Dom Casmurro Chapter 80


Let’s come to the chapter. My mother was a God-fearing woman; you already know that, and you also know about her religious habits and the simple faith that inspired them. Nor are you unaware that my entering the priesthood was the subject of a promise made when I was conceived. All has been related in its due place. Moreover, you know that in order to give greater force to her obligation she confided her project and the reasons for it to members of her family. This promise, made with ardour and accepted with compassion, she stowed away joyfully in the depths of her heart. I think there was a savour of her joy in the milk with which she suckled me. It is possible that, had he lived, my father would have changed her plans and, since he had a vocation for politics, directed me towards that field, even though the two careers were not and are not incompatible: more than one priest has opted for party strife and the government of men. But my father died without knowing, leaving my mother, with her contract, as the sole debtor.

One of Franklin’s aphorisms is that for the man who has to pay at Easter, Lent is too short. Our Lent was no longer than others, and my mother, though she had me taught Latin and doctrine, began to postpone my entry to the seminary. It is what in commercial language is called renewing a promissory note. The creditor, being a multimillionaire, did not depend on that sum in order to eat and agreed to postpone the payment without so much as increasing the rate of interest. One day, however, a member of the family, who had endorsed the promissory note, spoke of the necessity of making a final settlement: this is in one of the first chapters. My mother agreed, and I was sent to São José.

Now, in that same chapter she shed some tears and dried them without giving any explanation, so that none of those present, neither Uncle Cosme, nor Cousin Justina, nor José Dias, was able to understand, and I, hidden behind the door, understood no more than they did. If we consider the matter carefully, and despite the distance in time, we realize that the tears were in anticipation of the sadness of our parting – though (and this is the main point) they could equally well mean she repented of her promise. A devout Catholic, she was aware that promises are made to be kept; the question is whether it is wise and convenient to keep them all, and naturally she preferred the negative answer. Why should God punish her, denying her a second child? The divine will might be that I should live without the necessity of dedicating me to God ab ovo. Such reasoning came late in the day: it should have come the day I was conceived. In any case it was an obvious conclusion, but it did not suffice to change matters: the promise was kept, and I went to the seminary.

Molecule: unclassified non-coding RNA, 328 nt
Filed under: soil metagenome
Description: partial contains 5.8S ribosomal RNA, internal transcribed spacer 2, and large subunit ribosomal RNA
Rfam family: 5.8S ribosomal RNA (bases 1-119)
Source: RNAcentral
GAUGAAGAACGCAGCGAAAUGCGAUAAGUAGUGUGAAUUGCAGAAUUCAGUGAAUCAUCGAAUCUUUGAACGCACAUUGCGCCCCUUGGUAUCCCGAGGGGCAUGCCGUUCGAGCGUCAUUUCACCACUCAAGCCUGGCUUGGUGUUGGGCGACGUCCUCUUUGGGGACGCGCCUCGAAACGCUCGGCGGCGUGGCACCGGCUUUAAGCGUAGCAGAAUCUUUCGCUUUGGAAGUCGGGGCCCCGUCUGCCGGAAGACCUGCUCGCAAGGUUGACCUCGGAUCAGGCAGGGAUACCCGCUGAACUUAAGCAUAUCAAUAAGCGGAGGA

The tiniest lapse in her steadfastness might have resolved the issue in my favour, but faith was there on guard with its wide, ingenuous eyes. Had she been able, my mother would have changed her promise, sacrificing a portion of her years to keep me with her, out of the Church, married and a father. That at least is what I presume, as I also presume she rejected the idea as being disloyal. This was my constant impression during our day-to-day life.

It happened that the pain of my absence was tempered by the presence of Capitu, who soon became indispensable to her. Little by little she convinced herself that the girl could bring me happiness. Then came the hope (which I aim to emphasize) that our love would lead me to reject the seminary, refusing to remain there for love of God or the Devil – this was the secret hope that began to take shape in my mother’s heart. In this case it was I who would break the contract, leaving her free from blame. She would keep me but not through any act of hers. It was as if, having been given the money to pay a debt, the messenger instead of delivering it had kept it for himself. In ordinary life the misdeeds of a third party do not acquit the contracting party, but the advantage of doing business with heaven is that the intention is of the same value as money.

You must have experienced conflicts similar to this, and if you are a religious person you will at some time have attempted to reconcile heaven and earth by identical or analogous means. Heaven and earth end up being reconciled; they are almost twin brothers, heaven having been made on the second day and earth on the third. Like Abraham, my mother took her son to the mountain, together with wood, fire and the knife. And she bound Isaac on top of the wood, seized the knife and raised it in the air. And at the moment of bringing it down she heard the voice of an angel commanding her in the name of the Lord: ‘Lay not thine hand upon the lad, neither do thou anything unto him: for now I know that thou fearest God.’ Such must have been my mother’s secret hope.

Capitu was naturally the angel of the Scriptures. The truth is that by this time my mother could not bear to be separated from her, and her growing affection revealed itself in unexpected ways. Capitu came to be the flower that brightened the house, the morning sun, the cool of the evening, the moon at night, staying there hour after hour, listening to her, talking and singing. My mother searched her heart, gazed into her eyes, and my name between them was like the password to a future life.